Cohorts of Technical Experts Undergo Training

30 years of technical training in Saxony

Technicians hoping to undergo training in plumbing, heating, and air conditioning systems have not had to look far in Saxony in recent years. Since 1993, the Steinbeis Foundation’s Technical College in Glauchau, Saxony, has offered full- and part-time courses leading to qualification as a state-certified technician. After three successful decades of training and around 700 graduations, the last round of graduates received their certificates as state-certified technicians in 2022. TRANSFER magazine took a look back with principal Ingrid Reinhold.

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Hello Ms. Reinhold. It’s been 30 years since the Technical College was founded. What was it like in those days, shortly after the fall of the Berlin Wall?

I have very clear memories of that time. It was July 13, 1993 and I went to the Ministry of Education and Cultural Affairs in Saxony to receive state approval for a private technical college under the Steinbeis Foundation. Everything was uncharted territory after the fall of the Berlin Wall, not just in business terms but also in education, so I had to ask the ministry myself which approval criteria applied to the planned heating technology technician training. I got a succinct but unequivocal answer: “You’re the principal now, Frau Reinhold, you’ll manage.”

So I did. I managed to recruit 25 trainees to my first seminar group. In those days the training still took place in barracks at the old engineering school. The trainees still had to do special exams for people who hadn’t graduated from high school, in all school subjects. The fact that almost everyone in the group was admitted to the exams was a huge feat, and I only managed to do that by going through the state parliament petitions committee: As I soon found out, not only did the admission requirements depend on the principal, there were legal requirements that had to be met, of course. But a number of things could be made possible in the time around German reunification, and based on our initiative they revised the list of professions that were admissible to technical colleges.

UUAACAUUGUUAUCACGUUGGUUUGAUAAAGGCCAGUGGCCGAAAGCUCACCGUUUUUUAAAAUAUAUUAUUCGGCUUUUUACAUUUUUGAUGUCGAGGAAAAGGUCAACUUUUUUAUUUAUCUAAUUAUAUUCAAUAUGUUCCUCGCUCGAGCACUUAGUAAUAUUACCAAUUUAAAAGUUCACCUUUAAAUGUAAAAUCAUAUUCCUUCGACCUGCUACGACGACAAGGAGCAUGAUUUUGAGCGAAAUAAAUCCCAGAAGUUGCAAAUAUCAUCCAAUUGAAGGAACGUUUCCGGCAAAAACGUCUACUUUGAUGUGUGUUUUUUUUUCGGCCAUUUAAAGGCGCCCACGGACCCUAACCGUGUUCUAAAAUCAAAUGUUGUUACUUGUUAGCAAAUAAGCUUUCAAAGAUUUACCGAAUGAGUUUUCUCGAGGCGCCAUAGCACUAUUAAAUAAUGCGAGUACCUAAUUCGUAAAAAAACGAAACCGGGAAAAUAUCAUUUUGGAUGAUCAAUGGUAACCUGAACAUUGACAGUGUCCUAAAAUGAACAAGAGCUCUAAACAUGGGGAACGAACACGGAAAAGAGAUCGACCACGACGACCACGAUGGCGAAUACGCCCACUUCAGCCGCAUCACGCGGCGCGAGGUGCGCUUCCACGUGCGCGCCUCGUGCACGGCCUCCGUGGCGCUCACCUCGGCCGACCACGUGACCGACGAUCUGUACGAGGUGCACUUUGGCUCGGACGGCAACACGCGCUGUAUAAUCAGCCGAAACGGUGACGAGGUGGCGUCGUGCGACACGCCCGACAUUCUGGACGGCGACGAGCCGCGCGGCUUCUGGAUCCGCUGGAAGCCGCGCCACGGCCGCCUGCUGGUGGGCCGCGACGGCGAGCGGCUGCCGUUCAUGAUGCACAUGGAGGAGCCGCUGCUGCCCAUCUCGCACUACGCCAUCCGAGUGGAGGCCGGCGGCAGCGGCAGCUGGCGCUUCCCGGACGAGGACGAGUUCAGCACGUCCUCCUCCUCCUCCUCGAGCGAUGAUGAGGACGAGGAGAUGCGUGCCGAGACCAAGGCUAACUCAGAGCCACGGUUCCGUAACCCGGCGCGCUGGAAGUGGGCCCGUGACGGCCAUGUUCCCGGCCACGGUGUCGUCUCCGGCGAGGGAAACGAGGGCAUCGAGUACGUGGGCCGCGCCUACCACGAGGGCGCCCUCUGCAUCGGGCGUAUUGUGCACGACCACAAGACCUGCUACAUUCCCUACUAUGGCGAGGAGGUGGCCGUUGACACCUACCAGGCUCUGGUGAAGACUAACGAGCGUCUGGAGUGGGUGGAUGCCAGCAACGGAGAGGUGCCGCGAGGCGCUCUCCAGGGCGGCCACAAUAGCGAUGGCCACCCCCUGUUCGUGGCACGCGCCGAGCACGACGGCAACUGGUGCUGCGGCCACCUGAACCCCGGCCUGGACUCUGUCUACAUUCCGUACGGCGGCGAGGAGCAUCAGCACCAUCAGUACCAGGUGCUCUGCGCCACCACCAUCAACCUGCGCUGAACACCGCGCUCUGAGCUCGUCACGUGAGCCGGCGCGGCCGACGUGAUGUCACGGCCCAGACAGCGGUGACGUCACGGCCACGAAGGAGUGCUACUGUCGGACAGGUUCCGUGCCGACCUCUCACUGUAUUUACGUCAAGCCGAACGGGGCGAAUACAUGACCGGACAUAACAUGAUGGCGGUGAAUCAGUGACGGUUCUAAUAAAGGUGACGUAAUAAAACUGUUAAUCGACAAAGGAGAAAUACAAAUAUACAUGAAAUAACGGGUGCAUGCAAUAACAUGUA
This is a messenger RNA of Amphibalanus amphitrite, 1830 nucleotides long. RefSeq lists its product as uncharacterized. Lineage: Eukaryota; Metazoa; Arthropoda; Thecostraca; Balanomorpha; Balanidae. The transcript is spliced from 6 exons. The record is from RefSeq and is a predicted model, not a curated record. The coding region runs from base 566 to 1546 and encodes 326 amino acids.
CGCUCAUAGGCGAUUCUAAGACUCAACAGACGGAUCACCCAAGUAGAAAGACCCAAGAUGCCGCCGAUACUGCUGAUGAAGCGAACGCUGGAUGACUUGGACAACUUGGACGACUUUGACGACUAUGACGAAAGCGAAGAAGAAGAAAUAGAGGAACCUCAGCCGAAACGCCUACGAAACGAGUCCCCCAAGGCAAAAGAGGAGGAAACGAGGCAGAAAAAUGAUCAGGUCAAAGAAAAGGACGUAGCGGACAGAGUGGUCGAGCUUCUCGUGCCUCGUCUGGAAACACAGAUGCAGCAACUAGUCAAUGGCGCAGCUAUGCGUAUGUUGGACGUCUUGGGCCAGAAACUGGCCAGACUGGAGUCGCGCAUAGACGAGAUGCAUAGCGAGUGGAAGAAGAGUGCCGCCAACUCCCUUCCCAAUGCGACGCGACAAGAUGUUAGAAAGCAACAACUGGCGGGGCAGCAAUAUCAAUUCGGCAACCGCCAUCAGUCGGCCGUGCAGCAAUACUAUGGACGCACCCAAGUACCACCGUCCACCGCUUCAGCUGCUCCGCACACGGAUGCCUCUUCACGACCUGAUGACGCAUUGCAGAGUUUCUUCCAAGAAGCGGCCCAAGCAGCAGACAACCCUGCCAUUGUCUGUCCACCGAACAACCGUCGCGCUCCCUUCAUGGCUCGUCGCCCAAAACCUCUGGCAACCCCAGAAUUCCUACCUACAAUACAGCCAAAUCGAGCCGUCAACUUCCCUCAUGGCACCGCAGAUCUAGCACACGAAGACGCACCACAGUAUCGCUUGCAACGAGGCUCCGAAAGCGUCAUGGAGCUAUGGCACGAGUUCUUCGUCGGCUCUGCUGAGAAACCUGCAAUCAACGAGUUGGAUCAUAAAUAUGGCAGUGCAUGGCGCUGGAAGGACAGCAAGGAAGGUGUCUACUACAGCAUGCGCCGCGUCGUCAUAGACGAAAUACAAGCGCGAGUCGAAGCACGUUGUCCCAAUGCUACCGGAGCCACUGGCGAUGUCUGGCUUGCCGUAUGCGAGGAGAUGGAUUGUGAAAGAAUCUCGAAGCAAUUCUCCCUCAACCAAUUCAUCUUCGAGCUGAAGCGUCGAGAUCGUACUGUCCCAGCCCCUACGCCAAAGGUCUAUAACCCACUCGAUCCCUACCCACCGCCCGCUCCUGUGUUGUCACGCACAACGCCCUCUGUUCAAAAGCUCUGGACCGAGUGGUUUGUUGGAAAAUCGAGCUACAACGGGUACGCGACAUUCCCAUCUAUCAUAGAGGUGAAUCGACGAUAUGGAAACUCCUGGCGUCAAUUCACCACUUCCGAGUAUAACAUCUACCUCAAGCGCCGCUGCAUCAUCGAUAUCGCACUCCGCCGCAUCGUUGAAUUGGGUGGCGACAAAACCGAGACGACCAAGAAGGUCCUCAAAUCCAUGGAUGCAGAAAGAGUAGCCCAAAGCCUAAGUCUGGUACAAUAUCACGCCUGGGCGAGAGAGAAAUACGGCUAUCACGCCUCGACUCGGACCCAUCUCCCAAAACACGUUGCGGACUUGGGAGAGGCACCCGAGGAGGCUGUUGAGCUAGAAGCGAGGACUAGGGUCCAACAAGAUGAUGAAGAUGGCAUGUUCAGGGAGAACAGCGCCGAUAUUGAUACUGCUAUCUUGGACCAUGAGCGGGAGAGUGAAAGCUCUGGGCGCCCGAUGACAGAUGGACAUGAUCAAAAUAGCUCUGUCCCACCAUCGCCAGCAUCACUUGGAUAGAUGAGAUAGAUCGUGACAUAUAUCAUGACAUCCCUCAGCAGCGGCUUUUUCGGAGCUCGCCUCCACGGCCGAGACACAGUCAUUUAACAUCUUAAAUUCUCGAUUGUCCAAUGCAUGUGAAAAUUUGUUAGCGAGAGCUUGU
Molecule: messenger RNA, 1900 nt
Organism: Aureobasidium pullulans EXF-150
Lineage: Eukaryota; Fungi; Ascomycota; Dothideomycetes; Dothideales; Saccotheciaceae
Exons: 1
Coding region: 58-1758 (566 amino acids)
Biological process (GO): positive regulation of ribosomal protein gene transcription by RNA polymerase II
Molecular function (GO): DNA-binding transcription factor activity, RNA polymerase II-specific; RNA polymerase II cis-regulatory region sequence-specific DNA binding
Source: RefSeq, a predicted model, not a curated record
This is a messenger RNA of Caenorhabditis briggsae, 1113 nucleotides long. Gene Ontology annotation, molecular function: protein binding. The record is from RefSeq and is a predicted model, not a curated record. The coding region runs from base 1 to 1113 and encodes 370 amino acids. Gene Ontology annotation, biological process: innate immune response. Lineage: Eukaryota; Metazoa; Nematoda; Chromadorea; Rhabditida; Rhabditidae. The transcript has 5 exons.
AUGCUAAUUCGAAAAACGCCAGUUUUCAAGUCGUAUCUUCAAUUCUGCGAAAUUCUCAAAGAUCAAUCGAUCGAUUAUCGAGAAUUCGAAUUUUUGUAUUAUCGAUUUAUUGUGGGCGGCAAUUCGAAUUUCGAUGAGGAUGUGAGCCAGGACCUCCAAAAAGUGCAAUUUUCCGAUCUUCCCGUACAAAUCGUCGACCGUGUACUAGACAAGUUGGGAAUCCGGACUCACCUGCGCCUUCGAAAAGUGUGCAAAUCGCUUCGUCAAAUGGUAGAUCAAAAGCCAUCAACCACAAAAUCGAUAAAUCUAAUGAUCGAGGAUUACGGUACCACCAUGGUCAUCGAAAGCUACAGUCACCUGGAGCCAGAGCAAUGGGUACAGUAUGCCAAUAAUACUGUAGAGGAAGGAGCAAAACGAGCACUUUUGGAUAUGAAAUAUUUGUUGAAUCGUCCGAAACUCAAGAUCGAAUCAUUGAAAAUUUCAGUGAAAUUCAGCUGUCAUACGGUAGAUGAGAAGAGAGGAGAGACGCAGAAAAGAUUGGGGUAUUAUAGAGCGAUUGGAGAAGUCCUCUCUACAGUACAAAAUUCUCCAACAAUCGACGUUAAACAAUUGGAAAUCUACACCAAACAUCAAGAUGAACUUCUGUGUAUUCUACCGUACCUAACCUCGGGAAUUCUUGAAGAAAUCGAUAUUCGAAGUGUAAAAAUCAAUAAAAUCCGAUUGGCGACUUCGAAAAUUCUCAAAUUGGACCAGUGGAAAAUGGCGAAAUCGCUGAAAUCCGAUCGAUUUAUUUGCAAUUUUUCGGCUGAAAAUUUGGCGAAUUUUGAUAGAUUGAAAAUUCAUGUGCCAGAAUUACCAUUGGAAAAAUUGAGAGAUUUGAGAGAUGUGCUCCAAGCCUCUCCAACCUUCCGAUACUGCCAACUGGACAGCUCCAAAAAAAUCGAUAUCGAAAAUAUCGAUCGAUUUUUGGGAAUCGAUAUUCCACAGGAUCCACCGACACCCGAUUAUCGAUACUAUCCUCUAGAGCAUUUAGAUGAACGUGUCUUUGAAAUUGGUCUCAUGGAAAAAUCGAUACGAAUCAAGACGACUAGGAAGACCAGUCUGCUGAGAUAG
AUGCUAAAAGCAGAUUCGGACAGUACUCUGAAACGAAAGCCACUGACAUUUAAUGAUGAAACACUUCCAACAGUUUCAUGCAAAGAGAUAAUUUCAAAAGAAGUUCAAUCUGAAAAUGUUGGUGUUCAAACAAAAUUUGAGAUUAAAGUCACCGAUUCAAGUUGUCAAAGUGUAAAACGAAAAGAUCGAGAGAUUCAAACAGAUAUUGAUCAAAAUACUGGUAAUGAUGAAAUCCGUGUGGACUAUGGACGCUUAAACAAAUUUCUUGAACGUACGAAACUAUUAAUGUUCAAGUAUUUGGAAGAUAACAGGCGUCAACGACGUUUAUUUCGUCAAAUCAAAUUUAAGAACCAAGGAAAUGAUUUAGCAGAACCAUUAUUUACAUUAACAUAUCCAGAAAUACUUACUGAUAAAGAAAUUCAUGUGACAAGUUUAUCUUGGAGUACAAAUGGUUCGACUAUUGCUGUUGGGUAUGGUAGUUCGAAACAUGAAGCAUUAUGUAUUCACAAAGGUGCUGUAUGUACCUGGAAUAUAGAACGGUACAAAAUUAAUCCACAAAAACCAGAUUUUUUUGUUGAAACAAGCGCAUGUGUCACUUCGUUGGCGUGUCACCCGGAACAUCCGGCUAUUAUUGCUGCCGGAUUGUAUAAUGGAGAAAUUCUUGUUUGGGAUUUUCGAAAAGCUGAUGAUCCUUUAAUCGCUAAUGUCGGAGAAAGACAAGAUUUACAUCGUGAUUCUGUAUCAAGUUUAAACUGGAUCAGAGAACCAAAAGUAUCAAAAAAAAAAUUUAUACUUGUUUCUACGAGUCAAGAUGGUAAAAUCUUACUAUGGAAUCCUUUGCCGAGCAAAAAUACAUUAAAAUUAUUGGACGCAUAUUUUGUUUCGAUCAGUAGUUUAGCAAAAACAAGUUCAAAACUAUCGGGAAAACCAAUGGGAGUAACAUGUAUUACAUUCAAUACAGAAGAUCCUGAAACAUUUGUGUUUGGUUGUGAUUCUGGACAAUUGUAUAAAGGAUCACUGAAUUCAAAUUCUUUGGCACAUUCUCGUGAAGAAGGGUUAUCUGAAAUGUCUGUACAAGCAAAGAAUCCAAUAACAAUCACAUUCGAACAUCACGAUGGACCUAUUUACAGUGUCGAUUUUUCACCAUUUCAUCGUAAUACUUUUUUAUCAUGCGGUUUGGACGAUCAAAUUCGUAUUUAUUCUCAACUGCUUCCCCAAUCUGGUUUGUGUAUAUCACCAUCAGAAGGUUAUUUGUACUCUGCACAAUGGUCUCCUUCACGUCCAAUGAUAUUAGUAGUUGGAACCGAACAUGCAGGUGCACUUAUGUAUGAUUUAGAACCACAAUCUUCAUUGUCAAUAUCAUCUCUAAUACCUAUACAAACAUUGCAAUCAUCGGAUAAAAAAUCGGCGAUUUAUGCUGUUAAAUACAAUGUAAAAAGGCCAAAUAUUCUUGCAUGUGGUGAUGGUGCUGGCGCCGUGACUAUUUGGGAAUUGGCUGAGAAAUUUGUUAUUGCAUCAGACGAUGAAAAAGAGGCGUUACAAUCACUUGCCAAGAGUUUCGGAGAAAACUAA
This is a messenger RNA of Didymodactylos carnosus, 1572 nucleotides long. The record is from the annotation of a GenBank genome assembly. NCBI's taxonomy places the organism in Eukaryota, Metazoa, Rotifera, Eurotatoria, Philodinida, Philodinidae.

The college moved forward quite quickly. What were the milestones in those early years?

In addition to offering full-time training, we also quickly moved into part-time courses. The technical college was also given the status of a state-recognized “alternative school,” so it was authorized to conduct exams. The training program was expanded to include new specialties, sanitary technology, and refrigeration technology, and the courses became more and more popular. It didn’t take long for the premises to become too small, so we moved to another part of Glauchau near the vocational academy. That was an important step for us, because it allowed us to use the labs at the vocational academy and lecturers from the academy were involved in the technical training program as honorary staff members. Going the other way, the vocational academy benefited from the preparatory courses organized and run by the technical college, which went toward the degree program.

In 1997 we also started a collaboration with the Institute for Learning Systems in Hamburg, or ILS. The technical college ran classroom-based courses in Glauchau as part of the ILS distance learning program to become a state-certified technician. It also supervised exams for people who hadn’t graduated from high school.

Aside from collaboration with the vocational academy, you also found it important to work with and exchange ideas with companies and people in business. How did that work for you? 

Throughout the years, technician training at the college has also involved excursions lasting several days, visiting leading firms involved in plumbing, heating, and air-conditioning such as Viega, Geberit, Helios, Maico, Vaillant, Bitzer, and Buderus. Just as importantly, forging links to companies also made our heating, plumbing, and refrigeration graduates highly sought-after in the world of business.

The fact that our students also had a solid grasp of the theoretical know-how has been reflected for example in the Technician Award, which has been bestowed since 2009 for the best technical paper in Saxony: Our students have featured on the winners’ list three times over the years.

For decades, the training program kept moving forward, quite successfully, but then, five years ago, the demand for full-time training crumbled away. What do you think the reasons were for that?